“Present-day “onerous ground rents” are, more likely than not, the resultant of unconscionable conduct carried out by one sector of society who have superior information flow (developers, freeholders’ funds, financiers, solicitors) at the expense of an unsuspecting and more naive part of society (consumer homebuyers).”
He adds that leasehold title property ownership is possesses “structural disadvantages to the consumer homeowner that can be avoided by legislative reform”.
He urges that leasehold houses be transferred to freehold immediately, and that leasehold flats become commonhold.
Failure to legislate that all new properties be subject to commonhold ownership “has resulted in a collective social cost”, says Mr Blunt.
Bringing it in would also help small and medium sized developers.
His comments form part of the consultation on “Tackling unfair practices in the leasehold market” and were made in September.
They are more remarkable because Mr Blunt does not represent an urban constituency and is not a member of the All Party Parliamentary Group on leasehold and commonhold reform.
The full letter is reproduced here, but here are a few highlights:
“The Commonhold and Leasehold Reform Act 2002 introduced commonhold ownership and should have put an end to the problems many homeowners faced but, because this was not made mandatory by law, developers have continued with the practice of creating title instruments using the feudal system of freehold and leasehold.
“It is known that the dominant reason for developers wishing to maintain status quo of the feudal system is because there is an economic arbitrage opportunity that can be exploited by splitting a piece of land into the multiple land interest.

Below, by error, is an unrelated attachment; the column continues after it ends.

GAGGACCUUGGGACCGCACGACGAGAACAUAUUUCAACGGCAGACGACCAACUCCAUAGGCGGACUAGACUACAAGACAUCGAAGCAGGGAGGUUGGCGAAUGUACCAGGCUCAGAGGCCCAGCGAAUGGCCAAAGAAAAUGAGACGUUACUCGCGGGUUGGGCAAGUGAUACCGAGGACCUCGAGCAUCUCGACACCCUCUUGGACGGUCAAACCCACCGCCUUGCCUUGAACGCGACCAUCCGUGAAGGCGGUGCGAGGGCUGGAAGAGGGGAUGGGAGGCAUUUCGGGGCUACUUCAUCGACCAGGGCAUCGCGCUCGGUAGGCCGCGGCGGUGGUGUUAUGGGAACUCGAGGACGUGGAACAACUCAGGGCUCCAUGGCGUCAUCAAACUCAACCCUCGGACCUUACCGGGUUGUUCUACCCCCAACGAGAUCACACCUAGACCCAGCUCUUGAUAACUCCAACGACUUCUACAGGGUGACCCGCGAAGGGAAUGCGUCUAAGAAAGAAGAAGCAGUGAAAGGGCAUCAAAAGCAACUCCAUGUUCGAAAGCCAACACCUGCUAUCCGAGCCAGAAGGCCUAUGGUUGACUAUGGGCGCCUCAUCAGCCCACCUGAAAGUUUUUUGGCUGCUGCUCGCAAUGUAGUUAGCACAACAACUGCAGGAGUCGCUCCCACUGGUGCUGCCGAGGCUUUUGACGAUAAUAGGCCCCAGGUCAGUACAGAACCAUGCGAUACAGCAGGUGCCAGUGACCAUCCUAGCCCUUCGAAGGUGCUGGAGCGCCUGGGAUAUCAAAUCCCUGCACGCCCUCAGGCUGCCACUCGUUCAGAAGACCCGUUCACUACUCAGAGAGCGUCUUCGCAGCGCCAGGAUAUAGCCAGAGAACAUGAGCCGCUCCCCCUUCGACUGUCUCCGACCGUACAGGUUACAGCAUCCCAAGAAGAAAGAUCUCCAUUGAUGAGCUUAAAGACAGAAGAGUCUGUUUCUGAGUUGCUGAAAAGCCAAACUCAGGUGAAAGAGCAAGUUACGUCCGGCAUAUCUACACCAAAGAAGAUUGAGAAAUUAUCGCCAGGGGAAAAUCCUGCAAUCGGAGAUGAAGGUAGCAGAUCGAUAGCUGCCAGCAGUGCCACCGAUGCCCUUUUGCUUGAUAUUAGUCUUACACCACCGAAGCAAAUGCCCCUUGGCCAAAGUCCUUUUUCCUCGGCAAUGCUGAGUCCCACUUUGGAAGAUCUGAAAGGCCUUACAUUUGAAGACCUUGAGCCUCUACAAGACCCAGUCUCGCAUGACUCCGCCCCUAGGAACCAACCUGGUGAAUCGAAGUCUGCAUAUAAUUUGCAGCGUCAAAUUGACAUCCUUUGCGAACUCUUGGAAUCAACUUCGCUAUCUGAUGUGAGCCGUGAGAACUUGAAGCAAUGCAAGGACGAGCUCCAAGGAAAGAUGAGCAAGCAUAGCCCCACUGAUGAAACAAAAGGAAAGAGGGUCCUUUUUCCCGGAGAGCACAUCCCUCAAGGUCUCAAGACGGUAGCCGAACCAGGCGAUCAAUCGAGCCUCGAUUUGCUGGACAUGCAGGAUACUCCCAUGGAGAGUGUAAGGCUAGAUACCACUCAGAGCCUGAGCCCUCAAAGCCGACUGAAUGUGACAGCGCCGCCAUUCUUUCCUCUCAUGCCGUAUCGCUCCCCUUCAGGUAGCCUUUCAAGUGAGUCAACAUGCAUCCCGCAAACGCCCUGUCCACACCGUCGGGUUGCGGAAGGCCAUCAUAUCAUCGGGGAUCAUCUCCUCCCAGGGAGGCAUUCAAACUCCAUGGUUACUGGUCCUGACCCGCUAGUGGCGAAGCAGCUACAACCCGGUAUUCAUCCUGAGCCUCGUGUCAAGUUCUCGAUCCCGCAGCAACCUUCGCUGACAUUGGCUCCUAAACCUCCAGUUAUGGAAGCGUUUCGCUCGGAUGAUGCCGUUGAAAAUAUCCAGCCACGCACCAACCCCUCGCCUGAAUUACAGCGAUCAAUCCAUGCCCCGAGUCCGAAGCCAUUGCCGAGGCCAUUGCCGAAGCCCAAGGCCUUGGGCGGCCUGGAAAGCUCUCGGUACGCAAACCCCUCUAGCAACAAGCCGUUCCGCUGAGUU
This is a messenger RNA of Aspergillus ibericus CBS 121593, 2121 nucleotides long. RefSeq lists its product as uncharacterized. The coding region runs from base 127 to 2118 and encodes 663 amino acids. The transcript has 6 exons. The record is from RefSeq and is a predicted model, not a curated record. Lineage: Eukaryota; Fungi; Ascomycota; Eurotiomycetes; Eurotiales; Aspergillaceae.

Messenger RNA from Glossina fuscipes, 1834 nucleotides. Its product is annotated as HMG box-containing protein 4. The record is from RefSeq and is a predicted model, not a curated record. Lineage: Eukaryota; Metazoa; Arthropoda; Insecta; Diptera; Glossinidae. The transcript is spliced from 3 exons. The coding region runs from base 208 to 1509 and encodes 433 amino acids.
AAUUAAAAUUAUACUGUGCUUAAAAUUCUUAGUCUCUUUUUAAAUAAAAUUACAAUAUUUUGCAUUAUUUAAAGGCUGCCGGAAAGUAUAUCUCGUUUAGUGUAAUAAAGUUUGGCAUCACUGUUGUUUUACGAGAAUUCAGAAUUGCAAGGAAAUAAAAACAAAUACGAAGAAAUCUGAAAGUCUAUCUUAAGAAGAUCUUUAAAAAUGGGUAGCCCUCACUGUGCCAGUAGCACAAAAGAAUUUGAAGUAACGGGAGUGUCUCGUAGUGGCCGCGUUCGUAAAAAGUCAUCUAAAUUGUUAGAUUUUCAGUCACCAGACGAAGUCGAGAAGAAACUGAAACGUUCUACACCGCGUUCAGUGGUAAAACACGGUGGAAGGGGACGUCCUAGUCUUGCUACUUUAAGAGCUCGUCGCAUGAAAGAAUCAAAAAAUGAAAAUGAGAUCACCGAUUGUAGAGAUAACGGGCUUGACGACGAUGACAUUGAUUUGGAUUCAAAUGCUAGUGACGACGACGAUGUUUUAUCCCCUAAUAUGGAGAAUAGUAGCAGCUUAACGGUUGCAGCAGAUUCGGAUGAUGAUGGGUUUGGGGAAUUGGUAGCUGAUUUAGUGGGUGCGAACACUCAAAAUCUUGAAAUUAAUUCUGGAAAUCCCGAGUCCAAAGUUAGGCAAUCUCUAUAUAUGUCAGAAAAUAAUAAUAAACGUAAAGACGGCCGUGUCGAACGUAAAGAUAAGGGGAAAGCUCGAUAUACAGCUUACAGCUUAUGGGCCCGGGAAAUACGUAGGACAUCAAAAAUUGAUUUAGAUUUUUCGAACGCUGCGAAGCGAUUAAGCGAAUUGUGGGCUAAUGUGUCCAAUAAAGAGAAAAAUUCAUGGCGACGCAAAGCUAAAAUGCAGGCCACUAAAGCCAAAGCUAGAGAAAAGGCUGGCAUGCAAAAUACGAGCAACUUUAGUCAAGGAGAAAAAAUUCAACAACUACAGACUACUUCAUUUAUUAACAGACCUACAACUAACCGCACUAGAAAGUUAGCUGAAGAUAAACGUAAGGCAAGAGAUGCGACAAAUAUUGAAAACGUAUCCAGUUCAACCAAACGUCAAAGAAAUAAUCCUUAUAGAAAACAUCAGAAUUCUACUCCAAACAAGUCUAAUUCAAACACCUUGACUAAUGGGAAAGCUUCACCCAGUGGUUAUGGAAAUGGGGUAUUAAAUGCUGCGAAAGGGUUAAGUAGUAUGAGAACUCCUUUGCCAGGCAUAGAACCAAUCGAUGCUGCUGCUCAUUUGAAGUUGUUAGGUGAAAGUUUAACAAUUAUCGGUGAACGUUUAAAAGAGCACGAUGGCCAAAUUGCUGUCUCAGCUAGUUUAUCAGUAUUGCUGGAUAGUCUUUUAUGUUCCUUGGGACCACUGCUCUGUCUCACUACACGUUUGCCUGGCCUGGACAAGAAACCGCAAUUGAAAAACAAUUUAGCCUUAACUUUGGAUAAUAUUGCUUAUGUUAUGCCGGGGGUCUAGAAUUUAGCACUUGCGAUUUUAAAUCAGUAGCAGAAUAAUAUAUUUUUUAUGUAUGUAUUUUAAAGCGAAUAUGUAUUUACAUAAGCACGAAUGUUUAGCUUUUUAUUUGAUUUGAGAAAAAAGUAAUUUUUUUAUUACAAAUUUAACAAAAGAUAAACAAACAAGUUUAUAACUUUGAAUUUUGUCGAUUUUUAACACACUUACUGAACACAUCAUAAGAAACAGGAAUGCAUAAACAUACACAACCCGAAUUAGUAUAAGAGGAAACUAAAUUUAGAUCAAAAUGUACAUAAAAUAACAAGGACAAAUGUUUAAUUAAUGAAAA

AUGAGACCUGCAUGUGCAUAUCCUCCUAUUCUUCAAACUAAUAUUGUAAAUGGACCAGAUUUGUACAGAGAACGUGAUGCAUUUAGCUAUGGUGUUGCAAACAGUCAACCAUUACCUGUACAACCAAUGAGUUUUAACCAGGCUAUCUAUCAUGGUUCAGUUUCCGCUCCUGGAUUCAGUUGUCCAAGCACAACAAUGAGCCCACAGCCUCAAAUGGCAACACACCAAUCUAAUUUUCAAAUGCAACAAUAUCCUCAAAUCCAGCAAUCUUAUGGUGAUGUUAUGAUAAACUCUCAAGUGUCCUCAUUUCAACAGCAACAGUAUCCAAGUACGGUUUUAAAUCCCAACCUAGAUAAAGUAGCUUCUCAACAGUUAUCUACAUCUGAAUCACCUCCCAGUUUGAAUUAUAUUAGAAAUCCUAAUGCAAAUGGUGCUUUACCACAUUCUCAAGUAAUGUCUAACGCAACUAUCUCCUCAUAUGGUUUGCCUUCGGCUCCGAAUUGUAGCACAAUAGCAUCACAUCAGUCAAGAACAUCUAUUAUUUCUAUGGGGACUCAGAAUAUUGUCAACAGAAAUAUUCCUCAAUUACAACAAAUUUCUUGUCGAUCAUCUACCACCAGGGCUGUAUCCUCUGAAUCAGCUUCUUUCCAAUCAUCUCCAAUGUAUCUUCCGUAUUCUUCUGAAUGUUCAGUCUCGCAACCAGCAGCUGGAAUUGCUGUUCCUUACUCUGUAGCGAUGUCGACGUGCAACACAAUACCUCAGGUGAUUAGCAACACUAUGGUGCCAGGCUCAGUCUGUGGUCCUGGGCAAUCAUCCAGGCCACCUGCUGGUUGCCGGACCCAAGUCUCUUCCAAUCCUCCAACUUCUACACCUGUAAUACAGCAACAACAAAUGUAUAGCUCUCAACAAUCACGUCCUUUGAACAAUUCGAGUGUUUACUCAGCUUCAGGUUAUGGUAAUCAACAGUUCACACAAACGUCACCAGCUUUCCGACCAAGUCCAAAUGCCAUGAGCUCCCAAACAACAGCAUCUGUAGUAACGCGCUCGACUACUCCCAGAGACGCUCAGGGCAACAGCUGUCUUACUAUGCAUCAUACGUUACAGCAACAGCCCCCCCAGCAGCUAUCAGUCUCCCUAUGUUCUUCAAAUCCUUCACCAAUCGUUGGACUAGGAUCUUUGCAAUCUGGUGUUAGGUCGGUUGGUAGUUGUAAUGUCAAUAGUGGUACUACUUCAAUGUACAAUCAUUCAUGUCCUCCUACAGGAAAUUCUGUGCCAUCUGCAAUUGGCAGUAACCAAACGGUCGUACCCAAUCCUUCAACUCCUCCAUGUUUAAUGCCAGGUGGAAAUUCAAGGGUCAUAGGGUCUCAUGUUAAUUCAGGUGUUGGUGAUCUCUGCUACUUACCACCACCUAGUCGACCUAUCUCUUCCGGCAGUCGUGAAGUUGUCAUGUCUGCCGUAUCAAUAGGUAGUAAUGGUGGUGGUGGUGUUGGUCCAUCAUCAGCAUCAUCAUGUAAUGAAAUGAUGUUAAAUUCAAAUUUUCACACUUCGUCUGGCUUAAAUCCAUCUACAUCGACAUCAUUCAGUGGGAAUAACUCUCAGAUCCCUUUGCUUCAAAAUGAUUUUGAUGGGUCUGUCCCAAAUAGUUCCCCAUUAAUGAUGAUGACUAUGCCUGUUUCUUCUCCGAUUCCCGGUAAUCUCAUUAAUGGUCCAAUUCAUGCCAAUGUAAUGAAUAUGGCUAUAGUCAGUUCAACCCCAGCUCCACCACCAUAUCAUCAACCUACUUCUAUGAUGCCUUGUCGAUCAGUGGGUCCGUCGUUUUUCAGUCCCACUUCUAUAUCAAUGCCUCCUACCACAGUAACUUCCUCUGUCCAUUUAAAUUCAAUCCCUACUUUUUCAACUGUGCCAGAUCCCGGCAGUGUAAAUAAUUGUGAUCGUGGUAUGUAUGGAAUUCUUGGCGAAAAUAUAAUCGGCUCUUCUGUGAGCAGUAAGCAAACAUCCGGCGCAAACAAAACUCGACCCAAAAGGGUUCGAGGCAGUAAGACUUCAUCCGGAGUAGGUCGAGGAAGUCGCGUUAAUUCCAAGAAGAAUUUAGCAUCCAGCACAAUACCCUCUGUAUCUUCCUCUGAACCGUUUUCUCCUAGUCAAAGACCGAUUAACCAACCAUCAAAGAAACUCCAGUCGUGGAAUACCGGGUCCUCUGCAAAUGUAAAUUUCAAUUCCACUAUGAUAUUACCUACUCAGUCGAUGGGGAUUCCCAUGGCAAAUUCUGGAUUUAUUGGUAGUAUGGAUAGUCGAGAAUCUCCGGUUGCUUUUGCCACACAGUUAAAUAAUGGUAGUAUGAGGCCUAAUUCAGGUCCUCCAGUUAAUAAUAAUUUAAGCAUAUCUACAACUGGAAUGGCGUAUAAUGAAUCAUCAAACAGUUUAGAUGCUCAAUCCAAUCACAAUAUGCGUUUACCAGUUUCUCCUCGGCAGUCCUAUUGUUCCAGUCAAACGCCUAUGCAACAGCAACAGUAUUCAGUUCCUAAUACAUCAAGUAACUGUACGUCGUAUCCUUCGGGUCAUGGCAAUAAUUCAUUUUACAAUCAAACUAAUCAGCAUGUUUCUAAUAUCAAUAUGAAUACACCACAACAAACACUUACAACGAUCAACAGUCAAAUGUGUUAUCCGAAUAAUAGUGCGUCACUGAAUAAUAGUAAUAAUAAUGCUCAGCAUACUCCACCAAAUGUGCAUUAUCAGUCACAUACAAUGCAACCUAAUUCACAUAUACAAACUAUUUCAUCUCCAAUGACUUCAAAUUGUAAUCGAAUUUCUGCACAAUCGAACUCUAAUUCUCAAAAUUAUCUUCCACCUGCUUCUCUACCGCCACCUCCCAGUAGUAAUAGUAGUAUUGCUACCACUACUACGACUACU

“Failure to legislate that all new properties be subject to commonhold ownership has resulted in a collective social cost.
“For example, increased number of leasehold disputes going through the tribunal system, as well as emotional stress and economic cost to individual homeowners who regard their dwelling as shelter for themselves and their families.
“Profit making businesses such as housing developers cannot be expected to wish to freely and voluntarily disclose their own “monetization maximization” model.
“But given the prolific growth and activity of splitting the same land into two or more property types it is self-evident the parts are economically greater than the sum.
“The arcane feudal system that remains in existence in England and Wales (unlike in Scotland where the Scottish Parliament passed the Abolition of Feudal Tenure (Scotland) Act in 2000) is conducive to the developers maximizing the land value to the financial detriment of the consumer.
“If developers justify their play on freehold and leasehold titles as serving to plug a credit cap for otherwise would-be unaffordable houses for the average consumer, then there’s no reason why the developers should not abide by the same suite of regulation that befalls all other credit providers.
“I advocated there should not be any ground rent as property title should be either freehold or commonhold in the future.
“Titles to people’s home is demonstrative of their ownership to their home that is to serve as a physical shelter and emotional safe haven for the family. Shelter and security is a fundamental need.
“In the long run the government, by ridding the property market of the possibility of monetising and financially structuring a financial payout profile using feudal tenures, the larger developers who traditionally have been successful in capturing greater capital and liquidity will have less of a funding advantage than small and medium house builders.
“The switch to commonhold title would not only result in a fairer distribution of land wealth amongst each class of society, but it will also level the playing field for smaller housebuilders.
“Present-day “onerous ground rents” are, more likely than not, the resultant of unconscionable conduct carried out by one sector of society who have superior information flow (developers, freeholders’ funds, financiers, solicitors) at the expense of an unsuspecting and more naive part of society (consumer homebuyers).
“This relationship is not equal.
“Government can support existing leaseholders with onerous ground rents by passing legislation to unwind and nullify those payment obligations.”
The letter can be read in full here: CrispinBluntLetter